Claim Stumped at Trial

Article

03 August, 2016

Lloyd-Jones v Tameside MBC

Tameside County Court - DJ Osborne

June 2016

The Claimant attended a play area owned by the local authority with her grandchildren. Whilst taking photographs of her family, she stepped backwards and tripped over a low post which formed part of the playground and sustained personal injury.

The issue was whether the stump in question was dangerous or in other words whether the local authority had done all that was reasonable to ensure the safety of visitors. The Judge held that the stump at the accident locus was clear to be seen. The Claimant conceded in her evidence that she was walking backwards at the time of the accident and that she did not look where she was going.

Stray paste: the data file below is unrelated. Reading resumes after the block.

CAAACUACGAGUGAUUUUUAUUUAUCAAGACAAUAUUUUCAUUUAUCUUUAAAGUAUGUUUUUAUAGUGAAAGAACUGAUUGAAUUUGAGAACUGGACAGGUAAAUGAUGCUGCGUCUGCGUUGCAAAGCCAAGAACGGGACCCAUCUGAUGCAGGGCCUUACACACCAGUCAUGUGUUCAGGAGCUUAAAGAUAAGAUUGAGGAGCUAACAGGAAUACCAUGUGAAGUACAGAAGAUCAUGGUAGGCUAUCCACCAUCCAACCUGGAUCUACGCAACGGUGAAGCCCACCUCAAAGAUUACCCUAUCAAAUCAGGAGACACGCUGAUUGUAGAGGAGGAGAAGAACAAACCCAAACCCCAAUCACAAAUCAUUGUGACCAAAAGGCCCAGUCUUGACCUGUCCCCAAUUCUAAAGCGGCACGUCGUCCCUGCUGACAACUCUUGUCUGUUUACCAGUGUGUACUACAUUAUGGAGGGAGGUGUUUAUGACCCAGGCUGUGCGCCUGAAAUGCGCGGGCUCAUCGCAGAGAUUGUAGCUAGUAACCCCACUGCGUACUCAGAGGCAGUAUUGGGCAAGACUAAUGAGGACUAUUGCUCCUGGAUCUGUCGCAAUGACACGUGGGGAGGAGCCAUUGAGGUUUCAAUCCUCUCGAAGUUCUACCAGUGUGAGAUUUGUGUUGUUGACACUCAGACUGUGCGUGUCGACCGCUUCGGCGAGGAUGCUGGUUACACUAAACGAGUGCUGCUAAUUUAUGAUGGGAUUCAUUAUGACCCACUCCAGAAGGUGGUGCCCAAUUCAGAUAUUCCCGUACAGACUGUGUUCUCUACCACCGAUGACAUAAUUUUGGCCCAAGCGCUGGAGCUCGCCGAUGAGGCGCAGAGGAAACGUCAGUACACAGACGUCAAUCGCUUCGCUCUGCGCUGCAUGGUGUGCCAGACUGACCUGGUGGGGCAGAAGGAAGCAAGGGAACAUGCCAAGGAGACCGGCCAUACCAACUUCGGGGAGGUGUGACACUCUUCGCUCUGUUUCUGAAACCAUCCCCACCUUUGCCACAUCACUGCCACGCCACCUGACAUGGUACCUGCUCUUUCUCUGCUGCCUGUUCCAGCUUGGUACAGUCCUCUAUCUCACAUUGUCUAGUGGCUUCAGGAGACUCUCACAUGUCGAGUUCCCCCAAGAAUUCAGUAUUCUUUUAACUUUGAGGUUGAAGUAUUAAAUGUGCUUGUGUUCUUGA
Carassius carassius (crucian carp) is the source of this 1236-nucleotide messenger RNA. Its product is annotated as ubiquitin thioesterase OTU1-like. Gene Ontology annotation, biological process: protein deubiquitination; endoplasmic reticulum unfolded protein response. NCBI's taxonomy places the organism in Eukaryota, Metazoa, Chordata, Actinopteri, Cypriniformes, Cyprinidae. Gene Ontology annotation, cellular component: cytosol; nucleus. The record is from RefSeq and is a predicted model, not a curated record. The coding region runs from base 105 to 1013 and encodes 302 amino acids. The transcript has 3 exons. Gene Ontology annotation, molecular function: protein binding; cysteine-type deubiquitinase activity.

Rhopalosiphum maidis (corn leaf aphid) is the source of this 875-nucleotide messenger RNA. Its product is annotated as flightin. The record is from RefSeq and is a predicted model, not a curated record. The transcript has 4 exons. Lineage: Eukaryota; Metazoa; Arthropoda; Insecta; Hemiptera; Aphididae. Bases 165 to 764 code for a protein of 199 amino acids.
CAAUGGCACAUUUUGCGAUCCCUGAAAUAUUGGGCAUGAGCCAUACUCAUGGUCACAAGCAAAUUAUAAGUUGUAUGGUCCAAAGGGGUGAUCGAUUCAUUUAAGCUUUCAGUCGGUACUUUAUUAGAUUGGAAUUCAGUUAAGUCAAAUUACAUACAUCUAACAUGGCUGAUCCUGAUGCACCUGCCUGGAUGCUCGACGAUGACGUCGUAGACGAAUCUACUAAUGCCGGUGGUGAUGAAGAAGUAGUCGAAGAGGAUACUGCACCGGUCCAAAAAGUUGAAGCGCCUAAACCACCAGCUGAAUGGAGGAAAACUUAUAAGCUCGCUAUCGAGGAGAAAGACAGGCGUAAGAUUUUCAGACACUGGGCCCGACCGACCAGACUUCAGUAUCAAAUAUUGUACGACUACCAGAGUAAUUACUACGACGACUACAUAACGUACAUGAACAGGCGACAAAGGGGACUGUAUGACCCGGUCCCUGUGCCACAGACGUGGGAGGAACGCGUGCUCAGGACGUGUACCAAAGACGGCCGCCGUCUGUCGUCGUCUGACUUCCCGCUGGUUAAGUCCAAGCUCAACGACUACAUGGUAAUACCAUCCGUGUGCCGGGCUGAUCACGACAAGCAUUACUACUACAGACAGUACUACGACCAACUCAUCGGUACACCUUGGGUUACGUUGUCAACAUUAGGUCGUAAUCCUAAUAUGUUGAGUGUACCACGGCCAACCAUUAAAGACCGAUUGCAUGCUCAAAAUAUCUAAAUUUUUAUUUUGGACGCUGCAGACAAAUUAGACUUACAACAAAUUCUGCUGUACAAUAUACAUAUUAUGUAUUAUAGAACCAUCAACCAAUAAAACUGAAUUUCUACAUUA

The Judge remarked "few things are not dangerous when someone is walking backwards. The duty owed to someone walking backwards was significantly less". Other obstacles including tree stumps were present upon which the Claimant could have fallen over when not looking where she was going and the Judge could not accept that there was a duty on the Defendant to remove them all. He agreed that the stump was not a genuine hazard and dismissed the claim.

Forbes comment

We welcome the common sense decision of the Court, it is important for children to undertake activities such as practicing balancing skills. Any risks inherent in such activities are reasonable risks, and are outweighed by the benefits of an activity of that type. The equipment in the playground and in particular the low wooden post was entirely suitable and appropriate and was subjected to regular and detailed inspections.

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